The next two challenges are probably my most favorite. The fun won't last long though, but it's the perfect amount of time for those Fridays when we have finished early. 

4. Curling: In this STEM challenge, students will learn about friction. The curlers sweep ice pebbles to decrease friction and help the curling stone move towards the target. The students will conduct a simple friction experiment, then they will read about the sport of curling. Next students will play a game of curling with a frozen sheet of ice on a cookie pan (this was really easy to do). They will use a candy cane to launch a life saver gummy. You can use a  toothbrush or a straw to guide your life saver. The kids then tally up their points to see who wins. My kids played with this until it melted.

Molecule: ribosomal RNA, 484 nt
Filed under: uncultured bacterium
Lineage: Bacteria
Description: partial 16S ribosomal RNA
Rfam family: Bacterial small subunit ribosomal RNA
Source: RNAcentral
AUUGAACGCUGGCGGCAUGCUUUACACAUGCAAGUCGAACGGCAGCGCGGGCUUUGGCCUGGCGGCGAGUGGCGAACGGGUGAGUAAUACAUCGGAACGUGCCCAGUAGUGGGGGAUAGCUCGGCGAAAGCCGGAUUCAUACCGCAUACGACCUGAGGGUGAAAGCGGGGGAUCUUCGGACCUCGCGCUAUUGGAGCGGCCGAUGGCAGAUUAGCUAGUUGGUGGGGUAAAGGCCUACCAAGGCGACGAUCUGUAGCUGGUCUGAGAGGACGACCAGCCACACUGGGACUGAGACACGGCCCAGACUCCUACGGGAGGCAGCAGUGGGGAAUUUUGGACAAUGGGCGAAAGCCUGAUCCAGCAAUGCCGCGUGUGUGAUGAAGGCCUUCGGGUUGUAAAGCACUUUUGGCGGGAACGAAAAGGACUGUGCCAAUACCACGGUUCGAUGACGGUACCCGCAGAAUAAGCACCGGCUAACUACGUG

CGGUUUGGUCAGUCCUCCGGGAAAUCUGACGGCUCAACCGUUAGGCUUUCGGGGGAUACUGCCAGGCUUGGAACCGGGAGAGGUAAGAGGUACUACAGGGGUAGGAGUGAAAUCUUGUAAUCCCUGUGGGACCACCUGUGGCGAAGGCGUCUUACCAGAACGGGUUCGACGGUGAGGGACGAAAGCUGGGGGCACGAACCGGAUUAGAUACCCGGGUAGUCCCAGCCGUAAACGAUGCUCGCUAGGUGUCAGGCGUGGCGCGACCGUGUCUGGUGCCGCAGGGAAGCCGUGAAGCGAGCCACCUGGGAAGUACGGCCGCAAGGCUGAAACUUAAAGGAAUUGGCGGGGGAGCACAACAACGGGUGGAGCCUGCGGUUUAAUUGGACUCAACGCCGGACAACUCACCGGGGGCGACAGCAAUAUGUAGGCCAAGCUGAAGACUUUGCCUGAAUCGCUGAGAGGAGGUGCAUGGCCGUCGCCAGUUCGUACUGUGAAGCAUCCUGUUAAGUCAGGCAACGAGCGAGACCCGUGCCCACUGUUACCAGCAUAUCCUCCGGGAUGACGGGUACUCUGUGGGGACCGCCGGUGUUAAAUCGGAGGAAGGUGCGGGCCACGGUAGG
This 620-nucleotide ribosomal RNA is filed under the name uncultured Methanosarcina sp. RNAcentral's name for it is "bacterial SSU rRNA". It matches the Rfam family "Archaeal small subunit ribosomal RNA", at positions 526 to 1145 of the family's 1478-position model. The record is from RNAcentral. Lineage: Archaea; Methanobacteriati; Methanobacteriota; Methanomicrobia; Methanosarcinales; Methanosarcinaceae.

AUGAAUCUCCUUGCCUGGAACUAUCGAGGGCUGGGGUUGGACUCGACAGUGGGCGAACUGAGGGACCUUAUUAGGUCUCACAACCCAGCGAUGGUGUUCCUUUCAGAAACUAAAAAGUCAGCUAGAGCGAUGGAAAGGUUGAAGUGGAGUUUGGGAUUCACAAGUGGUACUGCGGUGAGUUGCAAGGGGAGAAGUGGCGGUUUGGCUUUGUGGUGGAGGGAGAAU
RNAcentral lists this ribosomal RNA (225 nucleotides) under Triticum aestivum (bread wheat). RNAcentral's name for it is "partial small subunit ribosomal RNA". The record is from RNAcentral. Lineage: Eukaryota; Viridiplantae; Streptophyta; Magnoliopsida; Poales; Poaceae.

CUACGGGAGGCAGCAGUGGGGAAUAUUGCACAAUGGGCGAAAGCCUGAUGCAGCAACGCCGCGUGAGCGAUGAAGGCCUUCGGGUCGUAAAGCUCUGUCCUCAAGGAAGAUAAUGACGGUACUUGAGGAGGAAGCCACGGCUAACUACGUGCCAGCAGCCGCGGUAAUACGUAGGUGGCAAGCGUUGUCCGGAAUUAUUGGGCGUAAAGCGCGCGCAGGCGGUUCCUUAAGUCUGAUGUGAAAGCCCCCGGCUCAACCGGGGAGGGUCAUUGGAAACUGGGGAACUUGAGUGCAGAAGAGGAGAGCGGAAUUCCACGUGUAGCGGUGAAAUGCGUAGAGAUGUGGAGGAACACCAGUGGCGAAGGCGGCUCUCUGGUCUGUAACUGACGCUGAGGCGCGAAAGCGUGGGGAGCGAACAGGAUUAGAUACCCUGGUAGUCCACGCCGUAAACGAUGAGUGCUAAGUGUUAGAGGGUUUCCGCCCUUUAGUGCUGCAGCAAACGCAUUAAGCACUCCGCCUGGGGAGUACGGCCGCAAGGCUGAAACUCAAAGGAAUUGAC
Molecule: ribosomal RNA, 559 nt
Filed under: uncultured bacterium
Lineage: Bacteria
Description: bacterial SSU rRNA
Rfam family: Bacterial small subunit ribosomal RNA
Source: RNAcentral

**To create a sheet of ice, I put the pan in the freezer first, then I poured the water into the pan. I recommend drawing the targets with permanent marker before pouring the water over it. That's something I will be sure to do next time. 

5. Hockey: This is a super fun game! Students will get a reading passage to read about the sport of hockey. Then, they get to play hockey with another student. They will tally up their points to see who wins. I prepped my pan the same way I did for curling, and again, I would recommend drawing in the goals. This is something I didn't think to do before I froze the water, but I will definitely be doing this next time.

**This is one of those games that can be differentiated for children of all ages. As you can see, this was a fun fine motor game for my three-year-old. Let's think of differentiating it this way: K-1 students can keep score by adding one for each goal. 2 - 3 students can keep score by adding two or five for each goal. 4 -5 can keep score by adding fractions or decimals for each goal.